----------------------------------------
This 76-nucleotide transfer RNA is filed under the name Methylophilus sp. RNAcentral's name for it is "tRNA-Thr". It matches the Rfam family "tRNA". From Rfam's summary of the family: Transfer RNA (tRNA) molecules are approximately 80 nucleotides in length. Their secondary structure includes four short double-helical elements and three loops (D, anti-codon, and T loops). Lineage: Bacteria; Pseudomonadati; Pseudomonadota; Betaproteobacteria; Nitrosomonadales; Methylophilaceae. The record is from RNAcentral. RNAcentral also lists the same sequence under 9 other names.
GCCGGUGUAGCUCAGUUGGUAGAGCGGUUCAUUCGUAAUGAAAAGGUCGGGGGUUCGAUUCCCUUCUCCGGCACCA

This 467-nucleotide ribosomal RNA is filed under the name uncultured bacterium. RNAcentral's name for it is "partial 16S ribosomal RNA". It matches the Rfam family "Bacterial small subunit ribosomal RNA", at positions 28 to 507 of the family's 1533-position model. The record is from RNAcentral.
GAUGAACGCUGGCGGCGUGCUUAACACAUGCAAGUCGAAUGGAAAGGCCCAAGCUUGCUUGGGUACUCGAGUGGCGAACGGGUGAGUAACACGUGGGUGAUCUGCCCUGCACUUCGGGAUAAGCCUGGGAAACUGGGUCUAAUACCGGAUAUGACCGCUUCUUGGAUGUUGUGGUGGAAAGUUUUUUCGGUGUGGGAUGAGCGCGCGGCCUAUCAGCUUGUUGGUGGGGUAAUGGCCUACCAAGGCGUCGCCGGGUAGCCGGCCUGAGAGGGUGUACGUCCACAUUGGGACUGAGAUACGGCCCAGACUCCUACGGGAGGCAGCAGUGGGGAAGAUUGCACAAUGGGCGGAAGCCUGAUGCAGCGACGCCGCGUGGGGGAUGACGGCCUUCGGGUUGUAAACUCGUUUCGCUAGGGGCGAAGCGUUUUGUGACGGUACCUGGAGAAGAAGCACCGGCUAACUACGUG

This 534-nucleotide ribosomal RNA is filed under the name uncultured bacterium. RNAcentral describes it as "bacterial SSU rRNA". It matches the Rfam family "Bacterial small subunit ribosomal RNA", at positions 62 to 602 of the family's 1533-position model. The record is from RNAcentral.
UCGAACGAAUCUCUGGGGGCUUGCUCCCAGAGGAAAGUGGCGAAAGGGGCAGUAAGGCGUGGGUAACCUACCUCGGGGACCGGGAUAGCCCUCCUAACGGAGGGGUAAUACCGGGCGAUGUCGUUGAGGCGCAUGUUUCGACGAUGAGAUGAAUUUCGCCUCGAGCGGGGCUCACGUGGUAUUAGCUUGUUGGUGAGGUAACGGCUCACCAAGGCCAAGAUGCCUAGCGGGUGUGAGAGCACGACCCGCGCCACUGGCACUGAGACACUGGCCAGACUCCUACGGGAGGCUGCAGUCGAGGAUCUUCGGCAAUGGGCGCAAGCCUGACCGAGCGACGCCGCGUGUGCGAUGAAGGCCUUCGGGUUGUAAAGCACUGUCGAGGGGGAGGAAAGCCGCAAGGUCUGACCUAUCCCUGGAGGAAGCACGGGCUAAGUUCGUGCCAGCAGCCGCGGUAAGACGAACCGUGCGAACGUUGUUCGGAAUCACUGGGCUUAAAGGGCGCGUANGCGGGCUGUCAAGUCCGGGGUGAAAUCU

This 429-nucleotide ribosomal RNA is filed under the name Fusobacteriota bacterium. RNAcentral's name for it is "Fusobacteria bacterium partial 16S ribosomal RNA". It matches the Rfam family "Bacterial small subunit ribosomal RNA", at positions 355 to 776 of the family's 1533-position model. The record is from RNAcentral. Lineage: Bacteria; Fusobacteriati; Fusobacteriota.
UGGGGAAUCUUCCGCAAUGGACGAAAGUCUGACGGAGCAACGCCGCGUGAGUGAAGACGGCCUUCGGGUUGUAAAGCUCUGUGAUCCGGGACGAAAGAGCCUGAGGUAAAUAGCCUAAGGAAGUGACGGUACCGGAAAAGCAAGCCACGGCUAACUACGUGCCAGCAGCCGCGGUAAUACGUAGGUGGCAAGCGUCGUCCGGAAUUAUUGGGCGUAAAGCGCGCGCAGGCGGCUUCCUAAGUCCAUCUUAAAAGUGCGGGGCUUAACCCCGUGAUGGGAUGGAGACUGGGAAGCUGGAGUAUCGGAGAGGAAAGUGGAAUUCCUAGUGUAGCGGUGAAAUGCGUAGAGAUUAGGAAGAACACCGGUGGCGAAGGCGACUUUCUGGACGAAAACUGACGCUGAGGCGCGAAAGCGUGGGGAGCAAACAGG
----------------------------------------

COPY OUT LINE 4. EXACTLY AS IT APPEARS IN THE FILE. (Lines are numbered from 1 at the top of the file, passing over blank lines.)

GAUGAACGCUGGCGGCGUGCUUAACACAUGCAAGUCGAAUGGAAAGGCCCAAGCUUGCUUGGGUACUCGAGUGGCGAACGGGUGAGUAACACGUGGGUGAUCUGCCCUGCACUUCGGGAUAAGCCUGGGAAACUGGGUCUAAUACCGGAUAUGACCGCUUCUUGGAUGUUGUGGUGGAAAGUUUUUUCGGUGUGGGAUGAGCGCGCGGCCUAUCAGCUUGUUGGUGGGGUAAUGGCCUACCAAGGCGUCGCCGGGUAGCCGGCCUGAGAGGGUGUACGUCCACAUUGGGACUGAGAUACGGCCCAGACUCCUACGGGAGGCAGCAGUGGGGAAGAUUGCACAAUGGGCGGAAGCCUGAUGCAGCGACGCCGCGUGGGGGAUGACGGCCUUCGGGUUGUAAACUCGUUUCGCUAGGGGCGAAGCGUUUUGUGACGGUACCUGGAGAAGAAGCACCGGCUAACUACGUG